Over the last few weeks we have been working hard on releasing updates across our whole range of SDKs. The latest updates will include breaking changes to existing code, most notably a renaming of the SDK’s functions to replace Chirp Connect with Chirp SDK. Since connectivity is implicit when using Chirp, we felt that this should be reflected in the SDK nomenclature.

The documentation for each SDK has been updated accordingly at developers.chirp.io, where more detailed changelogs for each of the SDKs can be found at the bottom of the respective Getting Started page.

New features

Alongside this rather prosaic interface change, there have been a few new features introduced to the SDKs.

C / Arduino

The Arduino and C SDKs have new functionality introduced which allows developers to keep track of memory usage and notify them if there have been any memory leaks. This can be very useful when embedded devices have limited RAM available. The following function will return how much memory has been allocated on the heap by the Chirp SDK in bytes.

Note: this will vary for each different Chirp protocol configuration.

int32_t memory_used = chirp_sdk_get_heap_usage(chirp);

It is good practice to free all of the allocated memory used by the SDK once you have finished with it. This is done by the following method which will return an error code if there are leaks in your (Chirp related) code.

chirp_sdk_error_code_t err = del_chirp_sdk(&chirp);
    fprintf(stderr, “Chirp Error: memory leaks”);	

The latest C SDK also includes send only support for Arm Cortex-M0+ devices. As this core does not include a floating point unit, it does not have the necessary number crunching capabilities to process input audio data. However, by converting some of our code base to use fixed point arithmetic, we have been able to add send only support to these chipsets.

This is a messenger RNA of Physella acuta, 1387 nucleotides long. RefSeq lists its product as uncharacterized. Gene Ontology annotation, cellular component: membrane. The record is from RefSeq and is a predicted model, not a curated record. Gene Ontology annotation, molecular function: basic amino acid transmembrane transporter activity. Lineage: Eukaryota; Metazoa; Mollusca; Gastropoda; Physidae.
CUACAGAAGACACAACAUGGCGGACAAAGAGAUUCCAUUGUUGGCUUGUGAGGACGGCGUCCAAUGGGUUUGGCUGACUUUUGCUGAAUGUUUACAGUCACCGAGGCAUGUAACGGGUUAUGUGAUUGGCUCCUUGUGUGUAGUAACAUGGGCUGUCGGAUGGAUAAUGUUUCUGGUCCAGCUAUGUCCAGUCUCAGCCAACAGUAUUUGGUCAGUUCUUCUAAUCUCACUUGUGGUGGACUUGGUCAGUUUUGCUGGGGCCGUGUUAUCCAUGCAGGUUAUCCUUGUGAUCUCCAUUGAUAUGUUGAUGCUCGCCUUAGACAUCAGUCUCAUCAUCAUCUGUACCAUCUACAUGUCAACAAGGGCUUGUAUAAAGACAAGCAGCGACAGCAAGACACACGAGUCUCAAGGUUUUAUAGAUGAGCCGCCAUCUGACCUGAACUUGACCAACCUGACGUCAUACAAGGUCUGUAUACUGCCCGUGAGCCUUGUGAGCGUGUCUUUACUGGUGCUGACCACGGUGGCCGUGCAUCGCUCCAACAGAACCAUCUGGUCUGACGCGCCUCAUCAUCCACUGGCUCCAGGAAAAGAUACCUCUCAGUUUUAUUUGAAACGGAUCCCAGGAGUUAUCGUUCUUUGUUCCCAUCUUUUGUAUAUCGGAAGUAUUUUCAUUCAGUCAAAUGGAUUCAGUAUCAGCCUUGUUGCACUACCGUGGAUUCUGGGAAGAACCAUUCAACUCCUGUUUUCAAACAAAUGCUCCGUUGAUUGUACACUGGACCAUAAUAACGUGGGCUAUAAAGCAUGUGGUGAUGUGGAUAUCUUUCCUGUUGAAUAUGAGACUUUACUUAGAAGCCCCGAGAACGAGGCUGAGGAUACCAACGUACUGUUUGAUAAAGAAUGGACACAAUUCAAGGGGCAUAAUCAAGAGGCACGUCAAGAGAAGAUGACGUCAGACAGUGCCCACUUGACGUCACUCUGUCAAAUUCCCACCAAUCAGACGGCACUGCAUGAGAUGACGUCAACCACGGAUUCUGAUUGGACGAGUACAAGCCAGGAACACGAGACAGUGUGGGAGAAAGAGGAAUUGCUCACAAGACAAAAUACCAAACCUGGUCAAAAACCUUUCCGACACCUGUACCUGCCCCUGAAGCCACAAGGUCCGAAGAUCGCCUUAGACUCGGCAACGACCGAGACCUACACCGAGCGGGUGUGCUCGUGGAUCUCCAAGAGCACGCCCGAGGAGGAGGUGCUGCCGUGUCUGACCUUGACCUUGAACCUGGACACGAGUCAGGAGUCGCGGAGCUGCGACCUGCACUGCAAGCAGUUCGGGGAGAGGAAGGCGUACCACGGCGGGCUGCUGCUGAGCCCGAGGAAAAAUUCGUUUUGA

The WebAssembly SDK distributable .js and .wasm files have been reduced from 164kB to  133kB thanks to the latest updates from the emscripten toolchain.

The start up flow has been changed slightly to make it easier to integrate into different frameworks and environments. Now, the SDK will only request microphone permissions once the start method is called. The start method now also returns a Promise which will resolve once the permissions have been granted, and reject if they were denied or any errors occurred. A short example of how the SDK could be instantiated is shown below.

const { Chirp } = ChirpSDK;

Chirp({ key: 'CHIRP_APP_KEY' }).then(sdk => {
  sdk.start().then(() => {
    const rc = sdk.send('hello')
    if (rc !== 0) console.error(sdk.errorToString(rc))

We have also updated our example messenger app to use Vue.js, making the code clear and concise for anyone new to JavaScript frameworks. The source code for the app can be viewed here


The JavaScript SDK also now makes use of Promises when sending data, making the method compatible with async/await syntax. The send method will resolve once the Chirp has finished playing, or reject if there were any errors. See the example below

import ChirpSDK from 'chirp-js-sdk'

const chirp = new ChirpSDK(CHIRP_APP_KEY)
const payload = new TextEncoder('utf-8').encode('hello')
chirp.send(payload).then(() => {
  console.log('Sent ' + payload)

We believe this release is our best one yet, but if you do find any issues then get in touch at https://developers.chirp.io/support.

Stay tuned for more updates in the coming months.